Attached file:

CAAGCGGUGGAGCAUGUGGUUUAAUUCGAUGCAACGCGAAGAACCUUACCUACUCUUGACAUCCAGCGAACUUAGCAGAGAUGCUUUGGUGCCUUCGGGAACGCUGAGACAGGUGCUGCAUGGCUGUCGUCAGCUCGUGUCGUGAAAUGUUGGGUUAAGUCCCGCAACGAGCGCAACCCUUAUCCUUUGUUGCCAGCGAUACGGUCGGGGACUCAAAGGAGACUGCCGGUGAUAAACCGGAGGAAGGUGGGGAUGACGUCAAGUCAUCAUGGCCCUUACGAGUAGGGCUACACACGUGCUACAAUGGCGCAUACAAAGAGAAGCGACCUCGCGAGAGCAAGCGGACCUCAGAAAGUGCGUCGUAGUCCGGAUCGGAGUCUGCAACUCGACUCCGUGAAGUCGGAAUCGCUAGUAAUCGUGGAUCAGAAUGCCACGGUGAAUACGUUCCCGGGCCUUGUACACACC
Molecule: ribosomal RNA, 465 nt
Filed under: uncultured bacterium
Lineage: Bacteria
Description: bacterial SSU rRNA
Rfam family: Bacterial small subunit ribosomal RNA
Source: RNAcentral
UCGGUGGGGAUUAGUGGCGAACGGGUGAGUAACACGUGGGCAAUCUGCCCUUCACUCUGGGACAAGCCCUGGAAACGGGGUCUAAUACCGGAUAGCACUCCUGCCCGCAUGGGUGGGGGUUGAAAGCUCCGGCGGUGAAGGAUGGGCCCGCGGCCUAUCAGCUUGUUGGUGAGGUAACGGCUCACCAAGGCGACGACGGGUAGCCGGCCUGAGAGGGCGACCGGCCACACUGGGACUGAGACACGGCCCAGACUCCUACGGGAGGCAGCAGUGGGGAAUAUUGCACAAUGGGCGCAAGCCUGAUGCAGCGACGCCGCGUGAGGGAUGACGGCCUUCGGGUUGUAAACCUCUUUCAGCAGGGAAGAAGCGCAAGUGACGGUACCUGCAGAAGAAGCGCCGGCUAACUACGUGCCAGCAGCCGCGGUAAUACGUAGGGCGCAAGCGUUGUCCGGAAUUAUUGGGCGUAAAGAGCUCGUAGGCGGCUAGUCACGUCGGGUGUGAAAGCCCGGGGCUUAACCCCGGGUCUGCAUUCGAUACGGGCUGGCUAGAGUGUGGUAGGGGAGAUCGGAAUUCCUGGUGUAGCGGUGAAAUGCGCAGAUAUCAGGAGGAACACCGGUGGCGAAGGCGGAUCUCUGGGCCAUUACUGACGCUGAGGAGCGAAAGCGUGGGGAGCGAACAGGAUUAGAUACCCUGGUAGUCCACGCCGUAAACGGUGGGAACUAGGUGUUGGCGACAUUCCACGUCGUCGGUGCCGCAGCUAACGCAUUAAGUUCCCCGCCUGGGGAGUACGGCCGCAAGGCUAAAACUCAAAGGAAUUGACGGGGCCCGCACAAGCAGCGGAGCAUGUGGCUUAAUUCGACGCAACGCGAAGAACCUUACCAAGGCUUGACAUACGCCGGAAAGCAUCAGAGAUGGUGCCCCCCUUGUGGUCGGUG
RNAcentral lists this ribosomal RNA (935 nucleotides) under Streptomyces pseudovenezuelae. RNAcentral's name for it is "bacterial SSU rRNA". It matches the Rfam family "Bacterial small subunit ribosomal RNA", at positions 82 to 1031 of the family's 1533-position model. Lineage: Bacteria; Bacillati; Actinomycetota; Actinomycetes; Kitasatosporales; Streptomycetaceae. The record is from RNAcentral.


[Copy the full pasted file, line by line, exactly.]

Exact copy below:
CAAGCGGUGGAGCAUGUGGUUUAAUUCGAUGCAACGCGAAGAACCUUACCUACUCUUGACAUCCAGCGAACUUAGCAGAGAUGCUUUGGUGCCUUCGGGAACGCUGAGACAGGUGCUGCAUGGCUGUCGUCAGCUCGUGUCGUGAAAUGUUGGGUUAAGUCCCGCAACGAGCGCAACCCUUAUCCUUUGUUGCCAGCGAUACGGUCGGGGACUCAAAGGAGACUGCCGGUGAUAAACCGGAGGAAGGUGGGGAUGACGUCAAGUCAUCAUGGCCCUUACGAGUAGGGCUACACACGUGCUACAAUGGCGCAUACAAAGAGAAGCGACCUCGCGAGAGCAAGCGGACCUCAGAAAGUGCGUCGUAGUCCGGAUCGGAGUCUGCAACUCGACUCCGUGAAGUCGGAAUCGCUAGUAAUCGUGGAUCAGAAUGCCACGGUGAAUACGUUCCCGGGCCUUGUACACACC
Molecule: ribosomal RNA, 465 nt
Filed under: uncultured bacterium
Lineage: Bacteria
Description: bacterial SSU rRNA
Rfam family: Bacterial small subunit ribosomal RNA
Source: RNAcentral
UCGGUGGGGAUUAGUGGCGAACGGGUGAGUAACACGUGGGCAAUCUGCCCUUCACUCUGGGACAAGCCCUGGAAACGGGGUCUAAUACCGGAUAGCACUCCUGCCCGCAUGGGUGGGGGUUGAAAGCUCCGGCGGUGAAGGAUGGGCCCGCGGCCUAUCAGCUUGUUGGUGAGGUAACGGCUCACCAAGGCGACGACGGGUAGCCGGCCUGAGAGGGCGACCGGCCACACUGGGACUGAGACACGGCCCAGACUCCUACGGGAGGCAGCAGUGGGGAAUAUUGCACAAUGGGCGCAAGCCUGAUGCAGCGACGCCGCGUGAGGGAUGACGGCCUUCGGGUUGUAAACCUCUUUCAGCAGGGAAGAAGCGCAAGUGACGGUACCUGCAGAAGAAGCGCCGGCUAACUACGUGCCAGCAGCCGCGGUAAUACGUAGGGCGCAAGCGUUGUCCGGAAUUAUUGGGCGUAAAGAGCUCGUAGGCGGCUAGUCACGUCGGGUGUGAAAGCCCGGGGCUUAACCCCGGGUCUGCAUUCGAUACGGGCUGGCUAGAGUGUGGUAGGGGAGAUCGGAAUUCCUGGUGUAGCGGUGAAAUGCGCAGAUAUCAGGAGGAACACCGGUGGCGAAGGCGGAUCUCUGGGCCAUUACUGACGCUGAGGAGCGAAAGCGUGGGGAGCGAACAGGAUUAGAUACCCUGGUAGUCCACGCCGUAAACGGUGGGAACUAGGUGUUGGCGACAUUCCACGUCGUCGGUGCCGCAGCUAACGCAUUAAGUUCCCCGCCUGGGGAGUACGGCCGCAAGGCUAAAACUCAAAGGAAUUGACGGGGCCCGCACAAGCAGCGGAGCAUGUGGCUUAAUUCGACGCAACGCGAAGAACCUUACCAAGGCUUGACAUACGCCGGAAAGCAUCAGAGAUGGUGCCCCCCUUGUGGUCGGUG
RNAcentral lists this ribosomal RNA (935 nucleotides) under Streptomyces pseudovenezuelae. RNAcentral's name for it is "bacterial SSU rRNA". It matches the Rfam family "Bacterial small subunit ribosomal RNA", at positions 82 to 1031 of the family's 1533-position model. Lineage: Bacteria; Bacillati; Actinomycetota; Actinomycetes; Kitasatosporales; Streptomycetaceae. The record is from RNAcentral.